ASTM WK45794

    New Test Method for Hoop Tensile Strength of Continuous Fiber-Reinforced Advanced Ceramic Composite Tubular Test Specimens at Ambient Temperature Using Elastomeric Inserts

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    WK45794

    1. Scope

    1.1 This test method covers the determination of the hoop tensile strength including stress-strain response of continuous fiber-reinforced advanced ceramic tubes subjected to an internal pressure produced by the expansion of an elastomeric insert undergoing monotonic uniaxial loading at ambient temperature. This type of test configuration is sometimes referred to as an overhung tube. This test method is specific to tube geometries, because flaw populations, fiber architecture and specimen geometry factors are often distinctly different in composite tubes, as compared to flat plates. 1.2 In the test method a composite tube/cylinder with a defined gage section and a known wall thickness is loaded via internal pressurization from the radial expansion of an elastomeric insert (located midway inside the tube) that is longitudinally compressed from either end by pushrods. The elastomeric insert expands under the uniaxial compressive loading of the pushrods and exerts a uniform radial pressure on the inside of the tube. The resulting hoop stress-strain response of the composite tube is recorded until failure of the tube. The hoop tensile strength and the hoop fracture strength are determined from the resulting maximum pressure and the pressure at fracture, respectively. The hoop tensile strains, the hoop proportional limit stress, and the modulus of elasticity in the hoop direction are determined from the stress-strain data. Note that hoop tensile strength as used in this test method refers to the tensile strength in the hoop direction from the induced pressure of a monotonic, uniaxially-loaded elastomeric insert where monotonic refers to a continuous nonstop test rate without reversals from test initiation to final fracture. 1.3 This test method applies primarily to advanced ceramic matrix composite tubes with continuous fiber reinforcement: uni-directional (1-D, filament wound and tape lay-up), bidirectional (2-D, fabric/tape lay-up and weave), and tridirectional (3-D, braid and weave). These types of ceramic matrix composites can be composed of a wide range of ceramic fibers (oxide, graphite, carbide, nitride, and other compositions) in a wide range of crystalline and amorphous ceramic matrix compositions (oxide, carbide, nitride, carbon, graphite, and other compositions). 1.4 This test method does not directly address discontinuous fiber-reinforced, whisker-reinforced or particulate-reinforced ceramics, although the test methods detailed here may be equally applicable to these composites. 1.5 The test method is applicable to a range of test specimen tube geometries based on a non dimensional parameter that includes composite material property and tube radius. Lengths of the composite tube, push rods and elastomericinsert are determined from this non dimensional parameter so as to provide a gage length with uniform, internal, radial pressure. A wide range of combinations of material properties, tube radii, wall thicknesses, tube lengths and insert lengths are possible. 1.5.1 This test method is specific to ambient temperature testing. Elevated temperature testing requires high temperature furnaces and heating devices with temperature control and measurement systems and temperature-capable grips and loading fixtures, which are not addressed in this test standard. 1.6 This test method addresses tubular test specimen geometries, test specimen methods, testing rates (force rate, induced pressure rate, displacement rate, or strain rate), and data collection and reporting procedures in the following sections. 1.7 Values expressed in this test method are in accordance with the International System of Units (SI). 1.8 This standard does not purport to address all of the safety concerns, if any, associated with its use. It is the responsibility of the user of this standard to establish appropriate safety and health practices and determine the applicability of regulatory limitations prior to use. Specific hazard statements are given in Section 7 and Note 1.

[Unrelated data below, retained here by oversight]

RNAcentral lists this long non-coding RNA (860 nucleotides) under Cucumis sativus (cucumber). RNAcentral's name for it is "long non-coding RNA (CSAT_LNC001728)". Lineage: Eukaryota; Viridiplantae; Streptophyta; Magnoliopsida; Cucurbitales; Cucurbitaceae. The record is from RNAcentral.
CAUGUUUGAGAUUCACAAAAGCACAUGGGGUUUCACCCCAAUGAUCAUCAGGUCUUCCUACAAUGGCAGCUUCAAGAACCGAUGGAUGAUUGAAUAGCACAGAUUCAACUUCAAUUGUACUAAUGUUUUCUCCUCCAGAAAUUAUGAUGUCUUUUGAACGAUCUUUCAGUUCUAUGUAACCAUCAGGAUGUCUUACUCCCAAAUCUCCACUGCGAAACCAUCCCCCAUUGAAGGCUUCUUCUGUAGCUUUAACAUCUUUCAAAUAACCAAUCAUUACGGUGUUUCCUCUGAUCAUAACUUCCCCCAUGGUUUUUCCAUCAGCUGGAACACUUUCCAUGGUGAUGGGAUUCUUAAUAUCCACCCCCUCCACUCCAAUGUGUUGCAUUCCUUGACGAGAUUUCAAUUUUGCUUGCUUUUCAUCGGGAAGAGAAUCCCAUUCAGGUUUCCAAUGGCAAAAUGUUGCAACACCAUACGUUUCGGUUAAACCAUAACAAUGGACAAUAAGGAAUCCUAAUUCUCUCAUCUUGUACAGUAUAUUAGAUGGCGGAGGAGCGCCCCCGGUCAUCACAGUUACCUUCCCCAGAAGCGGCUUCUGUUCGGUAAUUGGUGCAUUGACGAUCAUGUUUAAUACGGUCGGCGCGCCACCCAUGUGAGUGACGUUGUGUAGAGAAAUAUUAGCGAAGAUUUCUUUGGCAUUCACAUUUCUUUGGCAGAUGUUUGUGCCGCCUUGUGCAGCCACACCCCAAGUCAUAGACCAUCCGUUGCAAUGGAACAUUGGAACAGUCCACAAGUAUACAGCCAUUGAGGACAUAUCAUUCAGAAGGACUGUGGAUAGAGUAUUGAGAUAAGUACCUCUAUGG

CMC tubes have been proposed for fuel claddings in Light Water Reactor (LWR) applications. Hoop tensile strength is an important design parameter for these fuel claddings. Users are nuclear reactor designers, materials producers, regulatory agencies.


    Keywords

    ceramic matrix composite; CMC continuous fiber composite; hoop tensile strength, internal pressure test; tubes

    The title and scope are in draft form and are under development within this ASTM Committee.

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    Work Item Status

    Date Initiated:
    04-23-2014

    Technical Contact:
    Michael Jenkins

    Status:
    Draft Under Development